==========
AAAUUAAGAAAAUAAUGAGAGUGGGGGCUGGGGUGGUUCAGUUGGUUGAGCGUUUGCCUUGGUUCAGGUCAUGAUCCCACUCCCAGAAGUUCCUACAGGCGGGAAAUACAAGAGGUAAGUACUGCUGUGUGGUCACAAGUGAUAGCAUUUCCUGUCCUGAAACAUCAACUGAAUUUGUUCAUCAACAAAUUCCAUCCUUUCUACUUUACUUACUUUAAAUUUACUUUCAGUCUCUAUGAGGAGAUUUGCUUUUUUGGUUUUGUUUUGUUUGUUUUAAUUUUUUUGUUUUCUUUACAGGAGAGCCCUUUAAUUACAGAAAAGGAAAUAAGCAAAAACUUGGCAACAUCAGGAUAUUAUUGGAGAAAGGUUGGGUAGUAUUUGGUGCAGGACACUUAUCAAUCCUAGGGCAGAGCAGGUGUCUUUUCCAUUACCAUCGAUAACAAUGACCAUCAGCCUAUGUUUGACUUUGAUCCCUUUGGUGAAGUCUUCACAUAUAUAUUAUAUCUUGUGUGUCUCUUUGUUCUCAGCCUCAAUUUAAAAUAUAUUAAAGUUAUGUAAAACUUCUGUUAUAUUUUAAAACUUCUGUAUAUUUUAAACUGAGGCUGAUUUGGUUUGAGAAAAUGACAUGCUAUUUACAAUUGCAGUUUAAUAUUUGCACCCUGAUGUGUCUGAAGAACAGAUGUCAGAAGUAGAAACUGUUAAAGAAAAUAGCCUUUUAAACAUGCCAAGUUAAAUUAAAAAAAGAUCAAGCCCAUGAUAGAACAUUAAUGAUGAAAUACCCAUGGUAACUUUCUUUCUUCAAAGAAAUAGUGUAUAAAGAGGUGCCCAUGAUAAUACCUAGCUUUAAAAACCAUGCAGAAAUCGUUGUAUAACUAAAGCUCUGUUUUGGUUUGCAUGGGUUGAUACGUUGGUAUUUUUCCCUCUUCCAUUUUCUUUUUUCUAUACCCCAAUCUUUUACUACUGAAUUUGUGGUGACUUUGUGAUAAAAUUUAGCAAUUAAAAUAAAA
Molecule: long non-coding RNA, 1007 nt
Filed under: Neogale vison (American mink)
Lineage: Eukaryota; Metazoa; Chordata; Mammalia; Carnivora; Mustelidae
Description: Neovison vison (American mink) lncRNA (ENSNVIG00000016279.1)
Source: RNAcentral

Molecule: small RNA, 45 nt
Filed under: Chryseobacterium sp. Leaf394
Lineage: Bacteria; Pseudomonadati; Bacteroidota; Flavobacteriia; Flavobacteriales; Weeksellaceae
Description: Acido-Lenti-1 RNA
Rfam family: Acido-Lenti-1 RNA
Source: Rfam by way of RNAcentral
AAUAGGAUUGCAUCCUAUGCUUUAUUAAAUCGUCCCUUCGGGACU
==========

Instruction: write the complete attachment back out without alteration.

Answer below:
AAAUUAAGAAAAUAAUGAGAGUGGGGGCUGGGGUGGUUCAGUUGGUUGAGCGUUUGCCUUGGUUCAGGUCAUGAUCCCACUCCCAGAAGUUCCUACAGGCGGGAAAUACAAGAGGUAAGUACUGCUGUGUGGUCACAAGUGAUAGCAUUUCCUGUCCUGAAACAUCAACUGAAUUUGUUCAUCAACAAAUUCCAUCCUUUCUACUUUACUUACUUUAAAUUUACUUUCAGUCUCUAUGAGGAGAUUUGCUUUUUUGGUUUUGUUUUGUUUGUUUUAAUUUUUUUGUUUUCUUUACAGGAGAGCCCUUUAAUUACAGAAAAGGAAAUAAGCAAAAACUUGGCAACAUCAGGAUAUUAUUGGAGAAAGGUUGGGUAGUAUUUGGUGCAGGACACUUAUCAAUCCUAGGGCAGAGCAGGUGUCUUUUCCAUUACCAUCGAUAACAAUGACCAUCAGCCUAUGUUUGACUUUGAUCCCUUUGGUGAAGUCUUCACAUAUAUAUUAUAUCUUGUGUGUCUCUUUGUUCUCAGCCUCAAUUUAAAAUAUAUUAAAGUUAUGUAAAACUUCUGUUAUAUUUUAAAACUUCUGUAUAUUUUAAACUGAGGCUGAUUUGGUUUGAGAAAAUGACAUGCUAUUUACAAUUGCAGUUUAAUAUUUGCACCCUGAUGUGUCUGAAGAACAGAUGUCAGAAGUAGAAACUGUUAAAGAAAAUAGCCUUUUAAACAUGCCAAGUUAAAUUAAAAAAAGAUCAAGCCCAUGAUAGAACAUUAAUGAUGAAAUACCCAUGGUAACUUUCUUUCUUCAAAGAAAUAGUGUAUAAAGAGGUGCCCAUGAUAAUACCUAGCUUUAAAAACCAUGCAGAAAUCGUUGUAUAACUAAAGCUCUGUUUUGGUUUGCAUGGGUUGAUACGUUGGUAUUUUUCCCUCUUCCAUUUUCUUUUUUCUAUACCCCAAUCUUUUACUACUGAAUUUGUGGUGACUUUGUGAUAAAAUUUAGCAAUUAAAAUAAAA
Molecule: long non-coding RNA, 1007 nt
Filed under: Neogale vison (American mink)
Lineage: Eukaryota; Metazoa; Chordata; Mammalia; Carnivora; Mustelidae
Description: Neovison vison (American mink) lncRNA (ENSNVIG00000016279.1)
Source: RNAcentral

Molecule: small RNA, 45 nt
Filed under: Chryseobacterium sp. Leaf394
Lineage: Bacteria; Pseudomonadati; Bacteroidota; Flavobacteriia; Flavobacteriales; Weeksellaceae
Description: Acido-Lenti-1 RNA
Rfam family: Acido-Lenti-1 RNA
Source: Rfam by way of RNAcentral
AAUAGGAUUGCAUCCUAUGCUUUAUUAAAUCGUCCCUUCGGGACU